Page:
Nick Ellwood | alfa
New study: How does Europe become a leading player for software and IT services?
03.04.2017 | Fraunhofer-Institut für System- und Innovationsforschung (ISI)
Reusable carbon nanotubes could be the water filter of the future, says RIT study
30.03.2017 | Rochester Institute of Technology
Staphylococcus aureus is a feared pathogen (MRSA, multi-resistant S. aureus) due to frequent resistances against many antibiotics, especially in hospital infections. Researchers at the Paul-Ehrlich-Institut have identified immunological processes that prevent a successful immune response directed against the pathogenic agent. The delivery of bacterial proteins with RNA adjuvant or messenger RNA (mRNA) into immune cells allows the re-direction of the immune response towards an active defense against S. aureus. This could be of significant importance for the development of an effective vaccine. PLOS Pathogens has published these research results online on 25 May 2017.
Staphylococcus aureus (S. aureus) is a bacterium that colonizes by far more than half of the skin and the mucosa of adults, usually without causing infections....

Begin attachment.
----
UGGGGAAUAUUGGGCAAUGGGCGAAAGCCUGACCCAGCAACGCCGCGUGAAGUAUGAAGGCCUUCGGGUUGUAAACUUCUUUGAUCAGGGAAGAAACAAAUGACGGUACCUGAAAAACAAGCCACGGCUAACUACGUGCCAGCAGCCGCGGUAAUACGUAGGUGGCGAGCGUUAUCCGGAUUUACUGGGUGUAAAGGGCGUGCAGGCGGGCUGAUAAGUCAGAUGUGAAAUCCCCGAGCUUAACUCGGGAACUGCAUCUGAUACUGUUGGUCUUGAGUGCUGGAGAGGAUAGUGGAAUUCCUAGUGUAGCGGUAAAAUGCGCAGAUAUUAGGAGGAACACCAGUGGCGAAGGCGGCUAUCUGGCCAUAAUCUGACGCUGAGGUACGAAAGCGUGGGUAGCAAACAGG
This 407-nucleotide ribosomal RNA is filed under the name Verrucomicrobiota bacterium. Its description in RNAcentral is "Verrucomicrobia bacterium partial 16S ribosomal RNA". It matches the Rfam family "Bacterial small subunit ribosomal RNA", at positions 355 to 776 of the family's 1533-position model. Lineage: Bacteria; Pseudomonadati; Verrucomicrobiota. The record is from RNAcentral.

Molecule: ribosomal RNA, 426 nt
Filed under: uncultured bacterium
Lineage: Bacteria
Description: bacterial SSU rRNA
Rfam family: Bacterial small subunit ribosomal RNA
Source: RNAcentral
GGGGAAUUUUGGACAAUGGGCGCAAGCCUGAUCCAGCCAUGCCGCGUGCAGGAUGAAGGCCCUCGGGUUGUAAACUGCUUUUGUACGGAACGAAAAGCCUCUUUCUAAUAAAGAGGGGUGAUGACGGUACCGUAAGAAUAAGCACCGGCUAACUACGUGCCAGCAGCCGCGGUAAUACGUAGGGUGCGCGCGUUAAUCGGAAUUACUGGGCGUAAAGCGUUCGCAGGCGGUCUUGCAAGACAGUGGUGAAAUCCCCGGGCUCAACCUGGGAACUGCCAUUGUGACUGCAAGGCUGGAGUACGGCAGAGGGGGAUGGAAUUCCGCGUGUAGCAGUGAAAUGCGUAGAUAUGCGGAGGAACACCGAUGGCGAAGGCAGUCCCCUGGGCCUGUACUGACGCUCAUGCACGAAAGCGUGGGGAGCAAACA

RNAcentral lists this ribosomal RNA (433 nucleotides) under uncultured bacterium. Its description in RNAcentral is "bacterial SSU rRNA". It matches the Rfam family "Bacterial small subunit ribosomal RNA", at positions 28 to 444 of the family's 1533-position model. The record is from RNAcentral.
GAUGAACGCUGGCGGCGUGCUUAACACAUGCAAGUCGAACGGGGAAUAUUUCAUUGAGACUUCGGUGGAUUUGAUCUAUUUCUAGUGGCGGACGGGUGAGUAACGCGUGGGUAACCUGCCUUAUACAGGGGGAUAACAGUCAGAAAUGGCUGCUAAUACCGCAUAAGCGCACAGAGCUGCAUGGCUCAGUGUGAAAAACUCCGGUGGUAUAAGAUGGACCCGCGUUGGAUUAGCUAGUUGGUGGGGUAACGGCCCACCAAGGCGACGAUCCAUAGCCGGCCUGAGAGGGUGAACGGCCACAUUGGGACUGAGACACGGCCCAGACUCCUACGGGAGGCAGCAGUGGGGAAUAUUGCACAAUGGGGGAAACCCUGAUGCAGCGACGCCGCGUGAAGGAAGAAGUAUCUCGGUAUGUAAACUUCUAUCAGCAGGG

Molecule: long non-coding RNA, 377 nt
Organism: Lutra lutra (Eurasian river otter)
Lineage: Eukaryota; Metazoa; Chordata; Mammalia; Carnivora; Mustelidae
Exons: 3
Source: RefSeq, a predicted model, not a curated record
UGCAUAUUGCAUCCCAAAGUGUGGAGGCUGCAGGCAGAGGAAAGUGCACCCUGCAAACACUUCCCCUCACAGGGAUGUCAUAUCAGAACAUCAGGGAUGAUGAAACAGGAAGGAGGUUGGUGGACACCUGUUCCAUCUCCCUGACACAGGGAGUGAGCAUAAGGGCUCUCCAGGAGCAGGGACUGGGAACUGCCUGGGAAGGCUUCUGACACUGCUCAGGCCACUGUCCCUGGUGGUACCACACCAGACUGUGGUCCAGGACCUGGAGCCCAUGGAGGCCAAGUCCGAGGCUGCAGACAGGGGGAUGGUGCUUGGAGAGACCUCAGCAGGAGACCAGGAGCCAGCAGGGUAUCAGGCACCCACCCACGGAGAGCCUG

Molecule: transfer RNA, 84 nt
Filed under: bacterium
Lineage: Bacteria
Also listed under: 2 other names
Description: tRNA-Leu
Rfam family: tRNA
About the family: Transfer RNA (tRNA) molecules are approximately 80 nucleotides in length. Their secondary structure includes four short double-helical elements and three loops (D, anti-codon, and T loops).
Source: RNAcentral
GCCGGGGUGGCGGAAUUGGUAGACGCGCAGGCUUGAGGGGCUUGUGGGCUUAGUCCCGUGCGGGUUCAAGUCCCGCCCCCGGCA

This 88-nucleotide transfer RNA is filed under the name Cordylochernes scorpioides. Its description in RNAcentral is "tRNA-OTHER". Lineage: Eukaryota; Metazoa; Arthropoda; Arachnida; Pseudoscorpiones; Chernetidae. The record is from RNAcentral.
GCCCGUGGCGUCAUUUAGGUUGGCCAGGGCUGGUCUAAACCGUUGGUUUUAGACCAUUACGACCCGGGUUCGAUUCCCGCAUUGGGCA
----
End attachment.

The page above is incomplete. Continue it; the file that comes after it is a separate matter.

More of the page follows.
Physicists from the University of Würzburg are capable of generating identical looking single light particles at the push of a button. Two new studies now demonstrate the potential this method holds.
The quantum computer has fuelled the imagination of scientists for decades: It is based on fundamentally different phenomena than a conventional computer....
An international team of physicists has monitored the scattering behaviour of electrons in a non-conducting material in real-time. Their insights could be beneficial for radiotherapy.
We can refer to electrons in non-conducting materials as ‘sluggish’. Typically, they remain fixed in a location, deep inside an atomic composite. It is hence...
Two-dimensional magnetic structures are regarded as a promising material for new types of data storage, since the magnetic properties of individual molecular building blocks can be investigated and modified. For the first time, researchers have now produced a wafer-thin ferrimagnet, in which molecules with different magnetic centers arrange themselves on a gold surface to form a checkerboard pattern. Scientists at the Swiss Nanoscience Institute at the University of Basel and the Paul Scherrer Institute published their findings in the journal Nature Communications.
Ferrimagnets are composed of two centers which are magnetized at different strengths and point in opposing directions. Two-dimensional, quasi-flat ferrimagnets...
An Australian-Chinese research team has created the world's thinnest hologram, paving the way towards the integration of 3D holography into everyday...
24.05.2017 | Event News
23.05.2017 | Event News
22.05.2017 | Event News
26.05.2017 | Life Sciences
26.05.2017 | Life Sciences
26.05.2017 | Physics and Astronomy